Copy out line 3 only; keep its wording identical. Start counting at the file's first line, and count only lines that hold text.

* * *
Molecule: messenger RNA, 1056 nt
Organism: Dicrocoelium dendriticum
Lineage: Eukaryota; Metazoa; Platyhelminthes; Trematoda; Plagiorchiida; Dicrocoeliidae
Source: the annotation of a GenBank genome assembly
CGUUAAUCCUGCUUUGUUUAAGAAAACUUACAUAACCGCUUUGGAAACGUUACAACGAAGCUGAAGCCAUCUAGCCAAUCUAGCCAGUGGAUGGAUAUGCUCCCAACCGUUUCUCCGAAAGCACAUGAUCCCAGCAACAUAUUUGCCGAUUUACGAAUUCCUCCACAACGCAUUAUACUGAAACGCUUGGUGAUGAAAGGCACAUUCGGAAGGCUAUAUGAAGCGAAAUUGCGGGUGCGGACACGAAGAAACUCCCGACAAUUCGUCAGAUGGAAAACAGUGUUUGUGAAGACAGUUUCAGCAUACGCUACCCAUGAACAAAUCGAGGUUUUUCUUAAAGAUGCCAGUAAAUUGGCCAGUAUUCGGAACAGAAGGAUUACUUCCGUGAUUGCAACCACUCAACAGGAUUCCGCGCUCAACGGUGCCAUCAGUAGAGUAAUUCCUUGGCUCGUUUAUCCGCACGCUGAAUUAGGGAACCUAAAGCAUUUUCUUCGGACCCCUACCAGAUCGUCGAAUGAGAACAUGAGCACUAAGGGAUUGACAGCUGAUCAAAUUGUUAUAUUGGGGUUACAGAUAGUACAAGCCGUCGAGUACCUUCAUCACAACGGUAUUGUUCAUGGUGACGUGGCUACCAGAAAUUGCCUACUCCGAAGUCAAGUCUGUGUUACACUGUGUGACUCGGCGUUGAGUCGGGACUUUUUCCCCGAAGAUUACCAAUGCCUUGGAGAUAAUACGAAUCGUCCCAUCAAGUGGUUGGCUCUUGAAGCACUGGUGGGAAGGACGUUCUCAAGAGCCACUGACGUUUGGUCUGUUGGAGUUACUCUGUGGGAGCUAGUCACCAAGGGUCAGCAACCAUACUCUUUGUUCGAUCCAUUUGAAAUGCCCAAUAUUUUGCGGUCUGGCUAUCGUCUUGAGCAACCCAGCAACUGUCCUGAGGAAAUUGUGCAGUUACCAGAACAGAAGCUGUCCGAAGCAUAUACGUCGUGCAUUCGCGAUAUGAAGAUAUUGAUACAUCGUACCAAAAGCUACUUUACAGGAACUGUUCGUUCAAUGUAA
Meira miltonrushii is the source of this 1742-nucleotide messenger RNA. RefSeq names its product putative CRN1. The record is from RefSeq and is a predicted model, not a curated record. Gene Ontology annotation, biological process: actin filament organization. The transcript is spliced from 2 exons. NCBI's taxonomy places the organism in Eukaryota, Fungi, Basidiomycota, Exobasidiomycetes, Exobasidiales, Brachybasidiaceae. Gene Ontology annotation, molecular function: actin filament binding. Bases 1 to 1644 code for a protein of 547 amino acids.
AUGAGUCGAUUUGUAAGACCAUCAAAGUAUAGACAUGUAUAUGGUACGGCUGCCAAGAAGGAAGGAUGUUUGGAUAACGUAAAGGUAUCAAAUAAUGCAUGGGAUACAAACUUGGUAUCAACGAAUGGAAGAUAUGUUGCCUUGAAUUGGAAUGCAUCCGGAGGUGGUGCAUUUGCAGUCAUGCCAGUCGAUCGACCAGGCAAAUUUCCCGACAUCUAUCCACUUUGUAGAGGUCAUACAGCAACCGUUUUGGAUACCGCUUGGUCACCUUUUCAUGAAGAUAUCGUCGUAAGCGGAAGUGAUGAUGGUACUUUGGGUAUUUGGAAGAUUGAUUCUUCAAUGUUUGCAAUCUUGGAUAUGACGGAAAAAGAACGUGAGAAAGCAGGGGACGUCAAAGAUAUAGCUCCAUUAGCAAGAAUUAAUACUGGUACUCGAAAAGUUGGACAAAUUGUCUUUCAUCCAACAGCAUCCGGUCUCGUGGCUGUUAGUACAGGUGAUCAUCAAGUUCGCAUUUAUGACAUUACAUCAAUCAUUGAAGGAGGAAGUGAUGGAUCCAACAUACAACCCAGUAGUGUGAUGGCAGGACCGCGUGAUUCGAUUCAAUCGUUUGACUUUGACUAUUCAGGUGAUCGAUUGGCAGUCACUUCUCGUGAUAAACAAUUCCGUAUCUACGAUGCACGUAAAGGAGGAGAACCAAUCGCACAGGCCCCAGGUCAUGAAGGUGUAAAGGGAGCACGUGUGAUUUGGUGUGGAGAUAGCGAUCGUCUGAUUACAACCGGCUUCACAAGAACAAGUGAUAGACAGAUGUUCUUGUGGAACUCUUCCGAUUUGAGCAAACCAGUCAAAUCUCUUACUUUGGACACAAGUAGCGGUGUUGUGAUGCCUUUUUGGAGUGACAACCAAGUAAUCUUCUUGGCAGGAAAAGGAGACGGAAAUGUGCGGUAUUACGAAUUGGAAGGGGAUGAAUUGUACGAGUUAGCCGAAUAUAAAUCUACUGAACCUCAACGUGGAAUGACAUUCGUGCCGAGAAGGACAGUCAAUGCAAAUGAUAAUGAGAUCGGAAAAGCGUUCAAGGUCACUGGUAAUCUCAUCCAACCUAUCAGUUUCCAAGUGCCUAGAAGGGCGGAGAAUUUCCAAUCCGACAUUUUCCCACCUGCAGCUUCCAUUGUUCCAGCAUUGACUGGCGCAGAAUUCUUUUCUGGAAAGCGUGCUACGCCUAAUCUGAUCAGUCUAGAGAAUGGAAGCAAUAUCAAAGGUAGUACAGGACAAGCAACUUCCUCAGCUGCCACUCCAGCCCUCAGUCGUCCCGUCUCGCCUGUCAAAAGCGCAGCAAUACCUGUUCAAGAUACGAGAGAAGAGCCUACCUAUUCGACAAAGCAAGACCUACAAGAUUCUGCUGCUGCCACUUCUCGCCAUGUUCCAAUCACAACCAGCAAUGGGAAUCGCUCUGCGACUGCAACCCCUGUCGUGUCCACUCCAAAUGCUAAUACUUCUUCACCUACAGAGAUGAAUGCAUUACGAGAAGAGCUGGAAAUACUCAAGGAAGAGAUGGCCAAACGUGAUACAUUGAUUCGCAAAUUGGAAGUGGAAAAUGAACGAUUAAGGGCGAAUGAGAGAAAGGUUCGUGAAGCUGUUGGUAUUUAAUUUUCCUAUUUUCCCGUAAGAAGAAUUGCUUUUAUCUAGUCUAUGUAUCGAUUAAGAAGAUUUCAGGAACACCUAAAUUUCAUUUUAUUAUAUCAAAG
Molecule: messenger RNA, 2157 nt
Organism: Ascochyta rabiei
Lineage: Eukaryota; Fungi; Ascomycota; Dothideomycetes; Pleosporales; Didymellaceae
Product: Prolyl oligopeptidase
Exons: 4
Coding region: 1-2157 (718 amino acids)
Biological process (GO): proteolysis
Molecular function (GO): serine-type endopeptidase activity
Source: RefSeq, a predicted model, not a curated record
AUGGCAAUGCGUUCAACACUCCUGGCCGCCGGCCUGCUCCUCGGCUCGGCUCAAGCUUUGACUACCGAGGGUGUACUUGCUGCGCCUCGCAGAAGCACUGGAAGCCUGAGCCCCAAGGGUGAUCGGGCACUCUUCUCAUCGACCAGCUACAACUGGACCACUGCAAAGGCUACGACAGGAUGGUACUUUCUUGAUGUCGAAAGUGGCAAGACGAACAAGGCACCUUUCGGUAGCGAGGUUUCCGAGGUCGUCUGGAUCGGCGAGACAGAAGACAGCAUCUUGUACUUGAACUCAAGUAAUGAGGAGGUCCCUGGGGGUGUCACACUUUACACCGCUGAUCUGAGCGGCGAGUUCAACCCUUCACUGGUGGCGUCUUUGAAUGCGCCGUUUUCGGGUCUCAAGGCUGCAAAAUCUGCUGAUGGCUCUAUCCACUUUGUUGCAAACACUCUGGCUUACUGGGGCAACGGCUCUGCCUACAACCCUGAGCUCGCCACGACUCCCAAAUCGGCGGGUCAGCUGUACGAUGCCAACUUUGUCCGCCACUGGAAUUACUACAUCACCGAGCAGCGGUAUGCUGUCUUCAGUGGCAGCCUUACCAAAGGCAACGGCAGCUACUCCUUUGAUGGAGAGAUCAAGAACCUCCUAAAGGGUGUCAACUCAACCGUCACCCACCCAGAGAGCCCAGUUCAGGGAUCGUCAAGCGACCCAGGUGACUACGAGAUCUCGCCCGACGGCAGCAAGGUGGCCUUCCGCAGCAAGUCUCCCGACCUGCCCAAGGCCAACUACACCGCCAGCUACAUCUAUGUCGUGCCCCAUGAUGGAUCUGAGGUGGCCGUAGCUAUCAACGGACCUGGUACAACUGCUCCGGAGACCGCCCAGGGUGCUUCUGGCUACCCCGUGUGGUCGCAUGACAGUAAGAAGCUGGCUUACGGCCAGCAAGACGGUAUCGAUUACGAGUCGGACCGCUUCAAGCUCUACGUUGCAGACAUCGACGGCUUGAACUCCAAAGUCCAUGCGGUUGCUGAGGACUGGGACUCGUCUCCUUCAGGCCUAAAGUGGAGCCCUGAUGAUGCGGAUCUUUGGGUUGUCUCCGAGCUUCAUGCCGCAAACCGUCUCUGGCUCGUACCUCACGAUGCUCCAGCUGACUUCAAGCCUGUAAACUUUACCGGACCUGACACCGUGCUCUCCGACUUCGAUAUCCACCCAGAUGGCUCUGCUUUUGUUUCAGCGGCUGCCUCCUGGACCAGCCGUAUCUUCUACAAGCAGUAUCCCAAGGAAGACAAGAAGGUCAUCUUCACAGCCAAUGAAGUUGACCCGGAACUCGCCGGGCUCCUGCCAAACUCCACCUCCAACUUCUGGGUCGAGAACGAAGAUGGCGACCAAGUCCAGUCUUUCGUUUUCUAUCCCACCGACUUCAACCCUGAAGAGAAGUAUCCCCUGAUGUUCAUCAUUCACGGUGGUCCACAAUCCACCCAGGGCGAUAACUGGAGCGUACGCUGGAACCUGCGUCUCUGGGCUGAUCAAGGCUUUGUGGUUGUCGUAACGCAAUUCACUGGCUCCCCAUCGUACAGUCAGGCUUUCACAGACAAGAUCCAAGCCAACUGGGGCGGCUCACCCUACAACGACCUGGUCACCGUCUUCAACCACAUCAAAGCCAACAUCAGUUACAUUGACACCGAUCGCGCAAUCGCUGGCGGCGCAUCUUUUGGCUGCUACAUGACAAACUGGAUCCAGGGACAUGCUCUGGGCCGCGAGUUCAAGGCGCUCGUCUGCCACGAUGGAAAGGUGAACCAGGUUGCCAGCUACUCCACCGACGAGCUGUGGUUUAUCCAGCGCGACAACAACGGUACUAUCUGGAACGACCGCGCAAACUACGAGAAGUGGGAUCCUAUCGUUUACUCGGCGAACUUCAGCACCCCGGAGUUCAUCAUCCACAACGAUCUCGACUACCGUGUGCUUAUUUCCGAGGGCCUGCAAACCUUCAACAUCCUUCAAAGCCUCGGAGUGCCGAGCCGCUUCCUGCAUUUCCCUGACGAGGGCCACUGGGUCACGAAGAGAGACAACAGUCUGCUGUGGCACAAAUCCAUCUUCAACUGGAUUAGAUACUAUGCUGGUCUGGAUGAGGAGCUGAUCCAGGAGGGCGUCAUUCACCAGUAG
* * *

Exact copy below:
Lineage: Eukaryota; Metazoa; Platyhelminthes; Trematoda; Plagiorchiida; Dicrocoeliidae